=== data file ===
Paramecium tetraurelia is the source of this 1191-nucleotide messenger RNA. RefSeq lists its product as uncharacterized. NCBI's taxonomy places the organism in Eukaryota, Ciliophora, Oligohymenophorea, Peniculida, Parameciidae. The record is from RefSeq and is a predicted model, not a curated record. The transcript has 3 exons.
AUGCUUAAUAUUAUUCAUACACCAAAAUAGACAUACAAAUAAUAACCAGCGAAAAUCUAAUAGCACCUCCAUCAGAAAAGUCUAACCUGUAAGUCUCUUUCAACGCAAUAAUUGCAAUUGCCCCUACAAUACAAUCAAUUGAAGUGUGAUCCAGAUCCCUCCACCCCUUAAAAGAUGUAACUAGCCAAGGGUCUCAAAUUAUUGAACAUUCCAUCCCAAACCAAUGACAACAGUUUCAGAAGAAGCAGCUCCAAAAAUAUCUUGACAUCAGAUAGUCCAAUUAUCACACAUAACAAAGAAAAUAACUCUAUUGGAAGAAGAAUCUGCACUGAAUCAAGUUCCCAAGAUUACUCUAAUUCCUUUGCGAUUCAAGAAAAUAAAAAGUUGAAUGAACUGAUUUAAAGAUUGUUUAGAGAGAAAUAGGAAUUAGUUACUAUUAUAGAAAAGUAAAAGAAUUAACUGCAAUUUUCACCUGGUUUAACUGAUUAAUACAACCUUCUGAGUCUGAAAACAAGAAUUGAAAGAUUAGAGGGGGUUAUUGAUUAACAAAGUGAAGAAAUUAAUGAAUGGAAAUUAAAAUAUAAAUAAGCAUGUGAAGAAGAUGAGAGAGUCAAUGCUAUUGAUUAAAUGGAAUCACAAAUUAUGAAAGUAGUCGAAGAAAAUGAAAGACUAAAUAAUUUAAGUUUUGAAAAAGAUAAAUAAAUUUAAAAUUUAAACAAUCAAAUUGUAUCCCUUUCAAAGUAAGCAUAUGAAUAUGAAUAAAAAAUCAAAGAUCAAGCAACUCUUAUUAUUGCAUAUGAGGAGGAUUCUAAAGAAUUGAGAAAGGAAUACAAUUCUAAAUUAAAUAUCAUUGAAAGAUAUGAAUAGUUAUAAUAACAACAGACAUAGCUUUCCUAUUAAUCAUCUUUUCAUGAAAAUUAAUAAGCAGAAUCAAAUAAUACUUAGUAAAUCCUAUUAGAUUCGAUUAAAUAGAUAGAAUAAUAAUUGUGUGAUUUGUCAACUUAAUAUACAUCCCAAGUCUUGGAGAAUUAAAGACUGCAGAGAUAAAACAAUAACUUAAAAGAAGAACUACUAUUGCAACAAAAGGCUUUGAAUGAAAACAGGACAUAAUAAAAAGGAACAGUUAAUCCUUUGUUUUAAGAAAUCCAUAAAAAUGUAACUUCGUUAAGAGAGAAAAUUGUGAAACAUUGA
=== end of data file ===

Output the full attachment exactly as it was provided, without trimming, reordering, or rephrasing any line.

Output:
Paramecium tetraurelia is the source of this 1191-nucleotide messenger RNA. RefSeq lists its product as uncharacterized. NCBI's taxonomy places the organism in Eukaryota, Ciliophora, Oligohymenophorea, Peniculida, Parameciidae. The record is from RefSeq and is a predicted model, not a curated record. The transcript has 3 exons.
AUGCUUAAUAUUAUUCAUACACCAAAAUAGACAUACAAAUAAUAACCAGCGAAAAUCUAAUAGCACCUCCAUCAGAAAAGUCUAACCUGUAAGUCUCUUUCAACGCAAUAAUUGCAAUUGCCCCUACAAUACAAUCAAUUGAAGUGUGAUCCAGAUCCCUCCACCCCUUAAAAGAUGUAACUAGCCAAGGGUCUCAAAUUAUUGAACAUUCCAUCCCAAACCAAUGACAACAGUUUCAGAAGAAGCAGCUCCAAAAAUAUCUUGACAUCAGAUAGUCCAAUUAUCACACAUAACAAAGAAAAUAACUCUAUUGGAAGAAGAAUCUGCACUGAAUCAAGUUCCCAAGAUUACUCUAAUUCCUUUGCGAUUCAAGAAAAUAAAAAGUUGAAUGAACUGAUUUAAAGAUUGUUUAGAGAGAAAUAGGAAUUAGUUACUAUUAUAGAAAAGUAAAAGAAUUAACUGCAAUUUUCACCUGGUUUAACUGAUUAAUACAACCUUCUGAGUCUGAAAACAAGAAUUGAAAGAUUAGAGGGGGUUAUUGAUUAACAAAGUGAAGAAAUUAAUGAAUGGAAAUUAAAAUAUAAAUAAGCAUGUGAAGAAGAUGAGAGAGUCAAUGCUAUUGAUUAAAUGGAAUCACAAAUUAUGAAAGUAGUCGAAGAAAAUGAAAGACUAAAUAAUUUAAGUUUUGAAAAAGAUAAAUAAAUUUAAAAUUUAAACAAUCAAAUUGUAUCCCUUUCAAAGUAAGCAUAUGAAUAUGAAUAAAAAAUCAAAGAUCAAGCAACUCUUAUUAUUGCAUAUGAGGAGGAUUCUAAAGAAUUGAGAAAGGAAUACAAUUCUAAAUUAAAUAUCAUUGAAAGAUAUGAAUAGUUAUAAUAACAACAGACAUAGCUUUCCUAUUAAUCAUCUUUUCAUGAAAAUUAAUAAGCAGAAUCAAAUAAUACUUAGUAAAUCCUAUUAGAUUCGAUUAAAUAGAUAGAAUAAUAAUUGUGUGAUUUGUCAACUUAAUAUACAUCCCAAGUCUUGGAGAAUUAAAGACUGCAGAGAUAAAACAAUAACUUAAAAGAAGAACUACUAUUGCAACAAAAGGCUUUGAAUGAAAACAGGACAUAAUAAAAAGGAACAGUUAAUCCUUUGUUUUAAGAAAUCCAUAAAAAUGUAACUUCGUUAAGAGAGAAAAUUGUGAAACAUUGA